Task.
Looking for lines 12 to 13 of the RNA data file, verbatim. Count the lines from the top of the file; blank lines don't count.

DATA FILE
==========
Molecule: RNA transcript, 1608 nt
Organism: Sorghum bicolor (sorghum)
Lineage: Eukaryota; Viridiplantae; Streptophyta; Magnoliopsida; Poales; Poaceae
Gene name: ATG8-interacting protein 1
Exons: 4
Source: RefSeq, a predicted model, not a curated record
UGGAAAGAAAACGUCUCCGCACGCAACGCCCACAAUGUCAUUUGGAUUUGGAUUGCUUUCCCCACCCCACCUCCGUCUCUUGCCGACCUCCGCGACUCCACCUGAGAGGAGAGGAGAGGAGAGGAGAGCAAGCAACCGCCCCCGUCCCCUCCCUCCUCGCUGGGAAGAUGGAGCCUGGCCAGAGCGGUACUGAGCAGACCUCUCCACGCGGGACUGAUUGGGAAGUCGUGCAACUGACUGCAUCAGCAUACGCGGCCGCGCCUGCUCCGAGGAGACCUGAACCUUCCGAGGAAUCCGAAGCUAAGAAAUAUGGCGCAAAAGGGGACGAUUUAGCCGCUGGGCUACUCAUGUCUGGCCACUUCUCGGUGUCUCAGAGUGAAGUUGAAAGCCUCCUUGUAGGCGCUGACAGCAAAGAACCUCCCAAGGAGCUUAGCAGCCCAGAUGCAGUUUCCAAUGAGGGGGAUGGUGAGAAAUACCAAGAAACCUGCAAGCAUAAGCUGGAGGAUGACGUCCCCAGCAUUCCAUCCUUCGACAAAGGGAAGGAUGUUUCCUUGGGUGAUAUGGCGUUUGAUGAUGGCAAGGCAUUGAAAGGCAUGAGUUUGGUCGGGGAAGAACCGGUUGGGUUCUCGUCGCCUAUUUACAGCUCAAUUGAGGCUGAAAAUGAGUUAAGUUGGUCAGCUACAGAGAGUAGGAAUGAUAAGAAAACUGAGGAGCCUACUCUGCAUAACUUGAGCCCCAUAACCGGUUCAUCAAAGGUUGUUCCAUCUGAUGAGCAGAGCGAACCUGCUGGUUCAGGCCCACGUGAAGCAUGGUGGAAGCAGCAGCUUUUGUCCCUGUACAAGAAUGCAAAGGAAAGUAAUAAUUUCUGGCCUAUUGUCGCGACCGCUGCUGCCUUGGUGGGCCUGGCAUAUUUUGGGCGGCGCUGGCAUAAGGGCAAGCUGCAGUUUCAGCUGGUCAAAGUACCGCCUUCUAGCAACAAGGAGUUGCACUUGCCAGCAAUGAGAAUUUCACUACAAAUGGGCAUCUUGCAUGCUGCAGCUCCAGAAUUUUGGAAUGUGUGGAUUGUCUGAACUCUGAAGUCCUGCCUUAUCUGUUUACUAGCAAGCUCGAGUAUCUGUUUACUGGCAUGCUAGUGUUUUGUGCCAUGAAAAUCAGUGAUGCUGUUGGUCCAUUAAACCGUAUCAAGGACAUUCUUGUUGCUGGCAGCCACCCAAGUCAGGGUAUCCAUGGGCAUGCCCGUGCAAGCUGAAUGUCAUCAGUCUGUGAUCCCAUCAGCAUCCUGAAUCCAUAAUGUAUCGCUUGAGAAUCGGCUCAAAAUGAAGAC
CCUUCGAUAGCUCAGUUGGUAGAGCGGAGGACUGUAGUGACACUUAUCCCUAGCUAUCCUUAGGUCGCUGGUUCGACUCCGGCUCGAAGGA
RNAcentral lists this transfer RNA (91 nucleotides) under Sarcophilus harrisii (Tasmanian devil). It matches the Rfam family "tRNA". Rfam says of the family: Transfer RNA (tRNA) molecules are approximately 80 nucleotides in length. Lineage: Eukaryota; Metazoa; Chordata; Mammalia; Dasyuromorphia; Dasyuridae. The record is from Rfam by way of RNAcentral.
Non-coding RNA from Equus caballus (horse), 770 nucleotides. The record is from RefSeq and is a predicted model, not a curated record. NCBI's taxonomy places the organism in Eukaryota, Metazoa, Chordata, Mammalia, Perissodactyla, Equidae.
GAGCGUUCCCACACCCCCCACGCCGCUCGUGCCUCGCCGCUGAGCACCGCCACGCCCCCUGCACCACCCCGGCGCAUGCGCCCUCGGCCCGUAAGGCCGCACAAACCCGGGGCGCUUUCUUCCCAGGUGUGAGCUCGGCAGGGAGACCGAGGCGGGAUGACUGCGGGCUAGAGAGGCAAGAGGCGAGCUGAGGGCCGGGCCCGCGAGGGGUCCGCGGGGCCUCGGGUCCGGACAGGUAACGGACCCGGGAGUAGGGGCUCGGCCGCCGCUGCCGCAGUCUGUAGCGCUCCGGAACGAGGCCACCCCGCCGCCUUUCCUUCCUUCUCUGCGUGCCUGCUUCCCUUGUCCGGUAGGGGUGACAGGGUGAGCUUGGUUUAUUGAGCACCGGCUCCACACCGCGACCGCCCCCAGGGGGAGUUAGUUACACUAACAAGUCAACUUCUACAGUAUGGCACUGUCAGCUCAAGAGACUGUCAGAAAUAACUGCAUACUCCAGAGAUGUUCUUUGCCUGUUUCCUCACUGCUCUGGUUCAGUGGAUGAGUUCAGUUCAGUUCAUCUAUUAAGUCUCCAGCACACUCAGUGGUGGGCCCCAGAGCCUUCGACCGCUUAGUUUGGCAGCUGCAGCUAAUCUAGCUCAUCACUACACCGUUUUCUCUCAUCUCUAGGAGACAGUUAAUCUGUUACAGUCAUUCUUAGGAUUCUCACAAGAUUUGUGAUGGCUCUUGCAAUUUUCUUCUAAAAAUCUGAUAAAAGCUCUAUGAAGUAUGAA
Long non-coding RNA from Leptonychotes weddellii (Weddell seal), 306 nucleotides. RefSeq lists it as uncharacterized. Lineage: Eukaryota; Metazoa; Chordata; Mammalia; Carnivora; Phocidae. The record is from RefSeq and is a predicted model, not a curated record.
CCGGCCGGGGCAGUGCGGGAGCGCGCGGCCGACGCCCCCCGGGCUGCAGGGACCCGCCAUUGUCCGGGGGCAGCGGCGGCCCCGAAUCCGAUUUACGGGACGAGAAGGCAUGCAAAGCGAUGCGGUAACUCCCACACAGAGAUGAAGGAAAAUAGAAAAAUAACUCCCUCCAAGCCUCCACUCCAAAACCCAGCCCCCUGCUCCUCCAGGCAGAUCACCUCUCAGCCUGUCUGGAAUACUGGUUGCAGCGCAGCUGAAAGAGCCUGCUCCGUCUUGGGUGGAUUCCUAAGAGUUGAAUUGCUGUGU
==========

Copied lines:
Long non-coding RNA from Leptonychotes weddellii (Weddell seal), 306 nucleotides. RefSeq lists it as uncharacterized. Lineage: Eukaryota; Metazoa; Chordata; Mammalia; Carnivora; Phocidae. The record is from RefSeq and is a predicted model, not a curated record.
CCGGCCGGGGCAGUGCGGGAGCGCGCGGCCGACGCCCCCCGGGCUGCAGGGACCCGCCAUUGUCCGGGGGCAGCGGCGGCCCCGAAUCCGAUUUACGGGACGAGAAGGCAUGCAAAGCGAUGCGGUAACUCCCACACAGAGAUGAAGGAAAAUAGAAAAAUAACUCCCUCCAAGCCUCCACUCCAAAACCCAGCCCCCUGCUCCUCCAGGCAGAUCACCUCUCAGCCUGUCUGGAAUACUGGUUGCAGCGCAGCUGAAAGAGCCUGCUCCGUCUUGGGUGGAUUCCUAAGAGUUGAAUUGCUGUGU